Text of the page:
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    Alabama House Passes Bill Allowing Adoption Agencies to Ban Same-Sex Parents for Religious Reasons

    Bill Would Allow Blood Relatives to Be Refused Adoption Rights

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    The Alabama House Thursday afternoon passed a discriminatory bill allowing state-funded faith-based adoption and foster agencies to ban adoption by same-sex couples or LGBT people. HB24, sponsored by Republican former NFL linebacker turned lawmaker, Rich Wingo, is falsely titled the Child Placing Agency Inclusion Act. The bill, which even applies to blood relatives, passed by a wide margin, 60-14. All Democrats voted against the legislation.

    One Democrat, openly-gay State Representative Patricia Todd, told her fellow lawmakers the bill is "a direct attack against my community," AL.com reports.

    "What your vote says to me - if you vote for this bill - is that Patricia Todd is not qualified to be a fit parent," she added, "based on the fact that I love a woman, and it's not based on what is the best placement for the child," she said.

    The Human Rights Campaign reports the bill affects "LGBTQ couples, interfaith couples, single parents, married couples in which one prospective parent has previously been divorced, or other parents to whom the agency has a religious objection. The measure would even allow agencies to refuse to place foster children with members of their own extended families -- a practice often considered to be in the best interest of the child. A qualified, loving LGBTQ grandparent, for example, could be deemed unsuitable under the proposed law."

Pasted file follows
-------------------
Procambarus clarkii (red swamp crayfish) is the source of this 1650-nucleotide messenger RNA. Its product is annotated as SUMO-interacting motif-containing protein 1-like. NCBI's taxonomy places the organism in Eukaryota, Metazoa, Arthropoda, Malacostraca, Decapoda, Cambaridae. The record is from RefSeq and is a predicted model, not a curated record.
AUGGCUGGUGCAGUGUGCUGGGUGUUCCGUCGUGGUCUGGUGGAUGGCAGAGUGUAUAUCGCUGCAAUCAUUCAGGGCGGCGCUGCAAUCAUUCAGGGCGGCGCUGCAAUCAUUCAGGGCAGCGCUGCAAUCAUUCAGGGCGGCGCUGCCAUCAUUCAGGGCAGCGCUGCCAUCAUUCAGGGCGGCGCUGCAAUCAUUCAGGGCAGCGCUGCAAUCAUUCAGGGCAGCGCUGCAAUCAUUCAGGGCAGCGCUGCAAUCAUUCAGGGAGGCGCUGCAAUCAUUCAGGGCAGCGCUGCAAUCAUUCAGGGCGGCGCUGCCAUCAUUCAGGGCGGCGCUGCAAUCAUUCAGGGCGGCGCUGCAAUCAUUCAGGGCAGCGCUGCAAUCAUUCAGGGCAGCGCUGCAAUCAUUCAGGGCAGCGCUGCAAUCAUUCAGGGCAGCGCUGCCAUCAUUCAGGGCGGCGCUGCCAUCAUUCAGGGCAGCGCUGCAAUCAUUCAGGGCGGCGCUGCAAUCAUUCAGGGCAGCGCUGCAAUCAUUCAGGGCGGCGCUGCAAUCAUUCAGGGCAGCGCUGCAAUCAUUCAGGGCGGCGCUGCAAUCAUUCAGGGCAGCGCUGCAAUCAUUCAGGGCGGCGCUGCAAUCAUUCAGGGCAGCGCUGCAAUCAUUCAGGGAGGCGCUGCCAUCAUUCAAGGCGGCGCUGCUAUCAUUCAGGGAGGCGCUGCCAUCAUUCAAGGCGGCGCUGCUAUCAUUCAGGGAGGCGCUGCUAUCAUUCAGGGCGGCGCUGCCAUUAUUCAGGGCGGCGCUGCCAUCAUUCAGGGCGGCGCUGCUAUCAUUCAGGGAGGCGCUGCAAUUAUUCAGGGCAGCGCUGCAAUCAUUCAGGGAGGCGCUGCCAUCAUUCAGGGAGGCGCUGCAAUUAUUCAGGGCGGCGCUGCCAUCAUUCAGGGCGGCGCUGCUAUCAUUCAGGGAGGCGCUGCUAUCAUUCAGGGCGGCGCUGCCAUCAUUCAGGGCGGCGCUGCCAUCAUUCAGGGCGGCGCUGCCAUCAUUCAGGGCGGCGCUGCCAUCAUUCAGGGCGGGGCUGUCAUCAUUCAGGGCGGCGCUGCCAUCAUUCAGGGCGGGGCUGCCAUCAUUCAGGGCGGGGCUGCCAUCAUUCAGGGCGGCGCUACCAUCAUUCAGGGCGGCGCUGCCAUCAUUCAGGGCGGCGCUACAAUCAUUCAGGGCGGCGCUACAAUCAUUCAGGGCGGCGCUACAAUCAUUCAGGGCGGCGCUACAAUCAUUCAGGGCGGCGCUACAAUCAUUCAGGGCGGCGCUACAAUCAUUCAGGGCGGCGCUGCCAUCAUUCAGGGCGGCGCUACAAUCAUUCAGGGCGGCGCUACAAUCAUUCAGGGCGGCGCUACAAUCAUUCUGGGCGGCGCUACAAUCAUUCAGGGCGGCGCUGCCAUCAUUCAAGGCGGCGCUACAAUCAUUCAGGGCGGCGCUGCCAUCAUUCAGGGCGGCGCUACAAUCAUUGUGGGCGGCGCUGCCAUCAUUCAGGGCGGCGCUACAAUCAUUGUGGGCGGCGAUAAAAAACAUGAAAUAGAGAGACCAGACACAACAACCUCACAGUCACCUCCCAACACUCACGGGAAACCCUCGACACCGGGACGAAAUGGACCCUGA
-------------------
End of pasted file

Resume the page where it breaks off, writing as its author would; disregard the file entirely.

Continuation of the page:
Told that Alabama adoption agencies have never had a problem, Wingo told lawmakers, "I'd like to think that we're being proactive instead of being reactive."

    HRC's Eva Kendrick in a statement called the bill "disappointing," saying that "legislators in the House seem focused on creating new ways to discriminate against LGBTQ people instead of securing loving homes for these children. And it is deeply disturbing that on ‘pro-life day’ the House has embraced a measure limiting the number of qualified, prospective foster and adoptive families who could offer these children the homes they deserve."

    The Senate will now take up the bill.

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    Image by Thomas Hawk via Flickr and a CC license

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